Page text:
Litman, who first became interested in federal sentencing retroactivity as an associate at Wilmer Hale, recently worked with Luke Beasley ’17 to co-author an amicus brief in another Supreme Court case, Welch v. United States. She also has garnered attention for an article, “Circuit Splits and Original Writs,” which was cited in a Supreme Court petition in In re Sharp.
As an undergraduate studying chemistry at Harvard College, Litman worked on gender and sexuality issues as the chair of Take Back the Night and a member of the Coalition Against Sexual Violence. She graduated first in her class from the University of Michigan Law School and served as editor in chief of the Michigan Law Review. Following law school, she clerked for Judge Jeffrey Sutton on the U.S. Court of Appeals for the Sixth Circuit before going on to clerk for Justice Kennedy.
Of Judge Sutton, Litman said she particularly admired his “incredible ability to boil down complicated ideas to their core and explain difficult legal concepts clearly and simply.”
At Litman’s invitation, Sutton has visited Harvard to speak to her first-year writing class about brief-writing. To her students, Litman said, the judge “repeats what he told me as a clerk: If you can’t explain your theory of the case in a page, you don’t have a theory of the case. And if you don’t have a theory of the case, you’re going to lose.”
How to Grow a Law Professor
For many years it was possible to get a job as a law professor mainly by performing brilliantly as a law student and then clerking for a prestigious appellate court. Over time, there’s been an increased focus on candidates’ publication records, and as a result: “Promising entry-level candidates need to show a track record of writing and publishing scholarship,” says Susannah Barton Tobin ’04, managing director of the Climenko Fellowship Program and assistant dean for academic career advising at Harvard Law School. Read more.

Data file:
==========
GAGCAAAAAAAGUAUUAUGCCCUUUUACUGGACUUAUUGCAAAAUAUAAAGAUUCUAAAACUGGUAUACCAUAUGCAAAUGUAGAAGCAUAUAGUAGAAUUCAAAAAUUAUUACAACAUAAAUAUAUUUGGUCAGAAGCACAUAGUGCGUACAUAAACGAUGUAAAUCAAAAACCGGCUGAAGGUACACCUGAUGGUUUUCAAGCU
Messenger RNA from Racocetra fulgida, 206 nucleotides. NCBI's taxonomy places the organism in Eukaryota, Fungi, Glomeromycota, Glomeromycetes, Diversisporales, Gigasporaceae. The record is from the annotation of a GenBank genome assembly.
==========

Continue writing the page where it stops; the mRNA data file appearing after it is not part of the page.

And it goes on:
The Climenko program, and specifically its Managing Director Susannah Barton Tobin, “has been really supportive of the pro bono work I’ve been doing along with writing scholarship and teaching,” Litman said. “I like being able to stay involved in practice because I want to be able to incorporate current controversies into my teaching, and stay on top of current topics in my scholarship.”
Litman also expressed appreciation for HLS students, saying she’s “been fortunate to have a lot of really great students who I’ve learned from in the course of teaching, and who have then helped me with the work I’ve been doing.” Litman said Katrina Flanagan ’17, who attended the Whole Women’s Health argument with her, “helped me a ton in thinking through the 70+ amicus briefs in the case,” as did Joseph Posimato ’17.
“[T]here are just a lot of really smart people around who are willing to help,” Litman said. “The other [Climenko] fellows have been super generous about reading the many (long) things I write about Johnson, and are always willing to talk through ideas. Having them as a resource and sounding board has been really wonderful.”
Litman will join University of California, Irvine in the fall as a tenure-track professor, teaching constitutional law, federal courts, and federal post-conviction review, and she said she looks forward to keeping up her commitment to public interest and pro bono work there.